SIO 210: Introduction to Physical Oceanography

Dynamics III and IV: Fluid flow with rotation/geostrophy

Fall, 2016

Link to powerpoint presentations
Watch powerpoint I (rotation, Coriolis, centrifugal forces)
Download powerpoint I (rotation, Coriolis, centrifugal forces)
Download pdf I (rotation, Coriolis, centrifugal forces)

Watch powerpoint II (geostrophy, dynamic height)
Download powerpoint II (geostrophy, dynamic height)
Download pdf II (geostrophy, dynamic height)

Reading

Rotation (centrifugal and coriolis): DPO section 7.2.3 or S7.2.3
Inertial motion: DPO section 7.5.1 or S7.5.1
Geostrophy and dynamic height (second lecture): DPO section 7.6.1 to 7.6.3 or S7.6.1 to S7.6.3

Additional resources:
Tomczak and Godfrey chapter 3 - pages 29-35.
An online animation demonstrating Coriolis force.

Extra notes from many previous years on Coriolis (from Hendershott and Talley)

Study questions:

1. What do inertial oscillations look like at 45S? What is their period?

2. Work out the period of inertial oscillations at the north pole, 30N, equator, and south pole.

3. Justify the fact that we almost never talk about centrifugal force, although it is pretty large. Would it be correct to use a single number for gravity if you were trying to be really accurate about forces? What would be the most basic (latitudinal) correction to gravity that you would need to make?

4. Think HARD about how Coriolis works at the north pole - can you picture the reason for the rightward turn? Now think about it at the south pole.

5. Think HARDER about how it works at say 45N.

6. Finally, think REALLY hard about how the Coriolis works for motions that go east-west on the surface of the earth (consider 45N).

7. In geostrophic flow, what direction is the Coriolis force in relation to the pressure gradient force? What direction is it in relation to the velocity?

8. What are the common methods for measuring currents in the ocean?

9. Why do we use a method based on temperature and salinity instead of direct current measurements for most of the ocean?

10. How are temperature and salinity information used to calculate currents? What is the biggest drawback to this method?

11. What is a "level of no motion"? Why would a "level of known motion" be a better choice for the same kind of calculation? (What can we actually compute about the velocity structure given the density distribution and an assumption of geostrophy?)

12. If you already somehow know that the sea surface across the Gulf Stream is 1 meter higher on the east side than on the west, and that its isopycnals slope downward towards the east, recast the argument for how the PGF varies with depth, starting at the sea surface and working downwards.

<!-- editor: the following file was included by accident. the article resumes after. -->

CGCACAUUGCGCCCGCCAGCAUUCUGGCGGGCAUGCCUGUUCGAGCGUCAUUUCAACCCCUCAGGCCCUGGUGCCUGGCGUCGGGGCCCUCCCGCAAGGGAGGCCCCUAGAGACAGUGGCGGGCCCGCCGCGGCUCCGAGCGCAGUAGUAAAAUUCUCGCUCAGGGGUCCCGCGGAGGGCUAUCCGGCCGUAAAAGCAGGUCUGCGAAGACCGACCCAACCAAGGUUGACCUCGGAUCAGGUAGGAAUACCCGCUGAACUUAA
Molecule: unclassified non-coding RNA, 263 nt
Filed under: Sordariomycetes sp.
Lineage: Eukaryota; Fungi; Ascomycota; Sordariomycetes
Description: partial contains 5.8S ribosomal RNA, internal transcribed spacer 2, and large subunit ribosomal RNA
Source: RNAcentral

13. The southern hemisphere also has strong boundary currents, like the Gulf Stream and Kuroshio. Off the eastern coast of Africa for instance is the Agulhas Current. The Agulhas Current flows along the coast from north to south (opposite direction to the Gulf Stream). What is the relative pressure onshore and offshore? What do the isopycnals look like in the Agulhas assuming it has the exact same vertical structure as the Gulf Stream (i.e. decreasing velocity with increasing depth)

Study calculations

1. Compute the pressure gradient force associated with the Antarctic Circumpolar Current at the sea surface. Look at the sea surface steric height from the class handouts (either the Atlantic or Pacific 0 dbar maps). What speed do you get for this PGF? Which direction is the PGF and which direction is the flow? (Note that these maps are quite smooth and broad scale compared with actual currents from day to day. What might this smoothing do to the velocities that you would compute compared with a crossing of the current that you might make in one day? )

2. What is the volume transport in m3 /sec of a current with velocity 10 cm/sec over a width of 200 km and a depth of 5000m?

3. What dynamic height difference over a width of 100 km is associated with a current speed of 100 cm/sec?

Resources

National Weather Service national weather map
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